Average American family "can't pay their bills"

Discussion in 'Chit Chat' started by turkeyneck, Mar 21, 2008.

  1. Fuck 'em all.

    No one made their asses go out and buy all that shit.

    They couldn't resist the temptation and now they're paying the piper.

    Maybe they can ditch the mortgage, charge-off the credit cards and pool resources to keep up payments on the big ass SUV they bought. Then the family can all pile in nice and cozy to sleep at night.
  2. What a bunch of idiots.
    My father taught me "Never leave your job prior to having another."
  3. Some real class acts here on ET. Yep, some real winners on this thread.

    Compassion and Empathy. Get some!

  4. Did you bother to read any of the profiles of the 16 families in that article? My guess is no.

    None of them show any evidence of living excessive lifestyles such as "big ass SUV" and oversized mansions. Most of them are going thru some real tough times having lost jobs on top of paying high prices for gas, food, utilities etc...
  5. when you contrast inflation in the prices of basic necessities with a decade of complete wage stagnation... it's easy to see how insolvency could be on the rise
  6. I don't give a fuck.

    Flip fucking burgers. I would if I had to.

    Do you want to bitch or do you want to make it through? How bad do they want it? You have that first woman getting divorced of all things right in the middle of this shit.

    Stop crying about your personal feelings and do what has to be done.

    Try reading these stories and take away the violin music and dramatic story-telling manner of it and really thinking about how this is all going down.

    The first couple already filed bankruptcy once, fucking losers, and she somehow had enough money to pay for college, but not pay her debts or her mortgage.

    Think about it in the context of real life and not the CNN bleeding heart tear-jerking story.

    And fuck you if you're that stupid as to not see what's going on here.

    I grew up poor as shit. My dad delivered pizzas and stocked groceries working three part time jobs to get enough hours between them when I was little to make ends meet. I don't want to hear about their problems.

    I don't want to hear about the labor pains, just show me the fuckin' baby.
  7. *yawn*

    I am one of the most kind-hearted people out there. But I have NO sympathy for these people. At all.

    Okay I take that back, I feel sorry for them that they were born so fucking stupid, selfish, greedy, and short-sighted. Sorry they were not equipped with the proper survival skills to make it through.

    I donate time, merchandise and money to charities all the time. Just not ones that help people like this out. This shit just doesn't magically happen to people. Everyone is responsible for their own lives.

    If that shit happened to me, I'd be out mowing yards, dropping french fries, having yard sales, you name it- but I wouldn't be fucking crying on the news about it.

  8. Bleeding Heart Instynct,

    You are operating under the assumption that you are getting the actual facts instead of the "I'm a victim - poor me" story that is the mantra of most people that can't make it.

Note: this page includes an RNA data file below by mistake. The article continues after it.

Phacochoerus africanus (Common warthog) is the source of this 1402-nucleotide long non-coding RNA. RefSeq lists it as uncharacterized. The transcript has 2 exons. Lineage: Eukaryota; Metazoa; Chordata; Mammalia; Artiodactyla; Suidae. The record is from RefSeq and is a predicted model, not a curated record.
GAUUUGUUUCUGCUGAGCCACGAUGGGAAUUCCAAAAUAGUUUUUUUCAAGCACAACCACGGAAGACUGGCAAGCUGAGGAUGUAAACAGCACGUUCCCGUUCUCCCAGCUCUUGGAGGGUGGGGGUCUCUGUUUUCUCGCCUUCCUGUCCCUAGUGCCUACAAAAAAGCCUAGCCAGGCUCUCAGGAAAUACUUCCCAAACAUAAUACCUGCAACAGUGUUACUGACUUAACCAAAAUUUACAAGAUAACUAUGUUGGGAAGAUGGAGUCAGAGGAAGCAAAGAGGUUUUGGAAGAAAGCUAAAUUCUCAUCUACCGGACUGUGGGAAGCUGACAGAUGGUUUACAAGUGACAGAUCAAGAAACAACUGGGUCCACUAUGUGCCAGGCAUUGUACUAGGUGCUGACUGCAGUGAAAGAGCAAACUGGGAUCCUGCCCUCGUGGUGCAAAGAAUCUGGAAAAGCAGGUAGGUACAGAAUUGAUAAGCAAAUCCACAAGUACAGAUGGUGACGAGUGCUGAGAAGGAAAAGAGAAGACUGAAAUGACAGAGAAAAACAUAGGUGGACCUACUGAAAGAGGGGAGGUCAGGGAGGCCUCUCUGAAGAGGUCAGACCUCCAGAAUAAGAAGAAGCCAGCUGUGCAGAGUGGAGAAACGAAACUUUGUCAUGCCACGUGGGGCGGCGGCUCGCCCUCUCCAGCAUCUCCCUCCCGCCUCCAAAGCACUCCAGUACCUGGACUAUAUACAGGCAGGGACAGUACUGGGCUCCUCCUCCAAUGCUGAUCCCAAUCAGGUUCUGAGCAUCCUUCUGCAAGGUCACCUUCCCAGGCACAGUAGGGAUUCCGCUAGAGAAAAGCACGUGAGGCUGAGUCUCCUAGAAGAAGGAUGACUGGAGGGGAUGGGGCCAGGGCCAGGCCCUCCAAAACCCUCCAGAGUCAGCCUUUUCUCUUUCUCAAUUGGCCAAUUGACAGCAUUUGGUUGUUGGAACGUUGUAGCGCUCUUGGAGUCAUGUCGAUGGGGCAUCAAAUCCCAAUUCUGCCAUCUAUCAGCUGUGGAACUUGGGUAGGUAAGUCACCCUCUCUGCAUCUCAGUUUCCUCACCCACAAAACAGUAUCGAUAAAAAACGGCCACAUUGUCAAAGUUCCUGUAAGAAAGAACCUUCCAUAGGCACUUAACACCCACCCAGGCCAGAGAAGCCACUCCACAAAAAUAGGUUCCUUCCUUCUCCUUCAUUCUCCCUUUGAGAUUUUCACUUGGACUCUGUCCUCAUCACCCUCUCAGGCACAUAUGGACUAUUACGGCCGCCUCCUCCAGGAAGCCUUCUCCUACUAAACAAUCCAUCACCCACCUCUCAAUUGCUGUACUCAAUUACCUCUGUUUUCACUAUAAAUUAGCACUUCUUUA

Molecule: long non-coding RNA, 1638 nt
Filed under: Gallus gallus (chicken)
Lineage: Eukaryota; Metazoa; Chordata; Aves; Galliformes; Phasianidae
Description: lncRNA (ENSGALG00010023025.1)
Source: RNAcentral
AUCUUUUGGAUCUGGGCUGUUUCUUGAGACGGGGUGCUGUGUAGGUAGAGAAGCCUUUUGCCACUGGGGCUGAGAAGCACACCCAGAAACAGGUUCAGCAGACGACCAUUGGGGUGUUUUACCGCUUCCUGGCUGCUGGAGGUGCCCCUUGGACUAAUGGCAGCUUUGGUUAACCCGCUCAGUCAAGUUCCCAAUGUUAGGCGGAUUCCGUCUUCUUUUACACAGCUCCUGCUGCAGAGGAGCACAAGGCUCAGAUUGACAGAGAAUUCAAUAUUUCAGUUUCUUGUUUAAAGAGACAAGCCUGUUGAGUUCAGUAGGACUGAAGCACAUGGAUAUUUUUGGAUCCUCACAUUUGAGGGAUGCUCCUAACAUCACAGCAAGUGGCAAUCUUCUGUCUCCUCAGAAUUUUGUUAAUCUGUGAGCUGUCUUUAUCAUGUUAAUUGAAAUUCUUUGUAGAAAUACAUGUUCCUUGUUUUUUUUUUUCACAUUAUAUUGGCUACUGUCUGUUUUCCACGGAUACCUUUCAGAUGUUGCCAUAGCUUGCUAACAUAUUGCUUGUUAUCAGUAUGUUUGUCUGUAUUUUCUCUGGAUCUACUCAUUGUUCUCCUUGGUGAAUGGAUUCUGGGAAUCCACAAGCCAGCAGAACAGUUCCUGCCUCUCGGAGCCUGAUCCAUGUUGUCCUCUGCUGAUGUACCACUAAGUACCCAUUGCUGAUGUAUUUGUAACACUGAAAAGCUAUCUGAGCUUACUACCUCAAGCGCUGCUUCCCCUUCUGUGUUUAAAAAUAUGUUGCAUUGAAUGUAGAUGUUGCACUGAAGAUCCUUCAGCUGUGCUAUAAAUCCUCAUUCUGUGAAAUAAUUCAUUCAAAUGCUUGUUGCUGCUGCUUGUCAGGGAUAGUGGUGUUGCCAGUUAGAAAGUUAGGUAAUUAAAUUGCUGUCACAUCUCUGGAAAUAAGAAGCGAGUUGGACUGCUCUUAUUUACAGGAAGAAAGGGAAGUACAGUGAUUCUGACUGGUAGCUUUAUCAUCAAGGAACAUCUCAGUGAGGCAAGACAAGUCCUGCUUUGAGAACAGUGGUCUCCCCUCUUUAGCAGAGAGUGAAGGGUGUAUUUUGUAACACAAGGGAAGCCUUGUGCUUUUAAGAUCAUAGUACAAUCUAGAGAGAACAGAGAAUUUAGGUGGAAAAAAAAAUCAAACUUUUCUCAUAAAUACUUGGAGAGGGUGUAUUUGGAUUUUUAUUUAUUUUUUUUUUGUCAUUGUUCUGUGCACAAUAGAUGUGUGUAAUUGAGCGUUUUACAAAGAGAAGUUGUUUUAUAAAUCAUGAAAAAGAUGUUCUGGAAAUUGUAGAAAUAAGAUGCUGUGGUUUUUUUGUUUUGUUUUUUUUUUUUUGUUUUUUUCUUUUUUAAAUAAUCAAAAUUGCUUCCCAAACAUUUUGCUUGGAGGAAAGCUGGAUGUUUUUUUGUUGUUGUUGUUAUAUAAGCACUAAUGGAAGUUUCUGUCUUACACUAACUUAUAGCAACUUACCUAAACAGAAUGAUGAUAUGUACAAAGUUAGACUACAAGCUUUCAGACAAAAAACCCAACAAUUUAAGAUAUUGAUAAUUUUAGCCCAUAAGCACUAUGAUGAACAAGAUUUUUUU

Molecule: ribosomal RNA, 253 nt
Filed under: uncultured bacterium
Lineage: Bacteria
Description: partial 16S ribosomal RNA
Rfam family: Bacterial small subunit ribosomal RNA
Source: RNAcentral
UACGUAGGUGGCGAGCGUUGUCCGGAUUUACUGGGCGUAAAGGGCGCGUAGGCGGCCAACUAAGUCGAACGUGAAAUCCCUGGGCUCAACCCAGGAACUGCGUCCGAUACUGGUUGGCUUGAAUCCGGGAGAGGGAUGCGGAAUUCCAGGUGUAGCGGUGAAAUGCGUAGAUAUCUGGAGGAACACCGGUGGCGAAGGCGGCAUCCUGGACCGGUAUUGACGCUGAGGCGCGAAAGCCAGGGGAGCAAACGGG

But the truth is, most of them are volunteers, not victims. They are not disclosing their excessive drinking, gambling, shopping or living beyond their means. Or putting everything on credit cards and not paying them off each month. Or the fact that they can't follow a budget that includes adequate savings. Or that they fritter money away. Or that they are crappy employees that don't get promoted and get fired. Etc. Etc. Etc.

    Most of those people ended up in trouble because they undersave and overspend for their means - mansions or Hummers have nothing to do with it.

    Then when life hits them with bumps, they can't survive it well. You can still go broke over Hyundai payments if it is too large a percentage of your family income and you have no cash reserves.

    But the truth is, most if not all of their problems can be traced back to combinations of decisions they made prior. Most financial train wrecks are not a one-time event but rather a result of poor choices over a considerable period of time.

    I learned this truth about myself. You see, I am a recovering financial wreck. I know from experience the only way to make sure it never happens again is to change your priorities.

    And rule #1 is, there are no entitlements. It is up to me to work it out and position myself better to avoid these kinds of problems.

    That is what big adult people are supposed to do. Not go crying to the news and government for more entitlements.
  9. Global competition for jobs and resources. Increased taxes. Increased debt.

    Wages are being kept down by jobs going abroad or cheap labour coming in.

    While food and energy prices are going up due to global demand.

    At at the same time we are being taxed at record levels.

    Even if you want to be prudent and not take on debt,
    you find yourself paying higher prices because others take on debt and bid things up.

    Little wonder why the average family can barely make ends meet, let alone save for a rainy day.
    Just a few months out work is likely to send most into debt, if they arent heavily indebted already.
    #10     Mar 21, 2008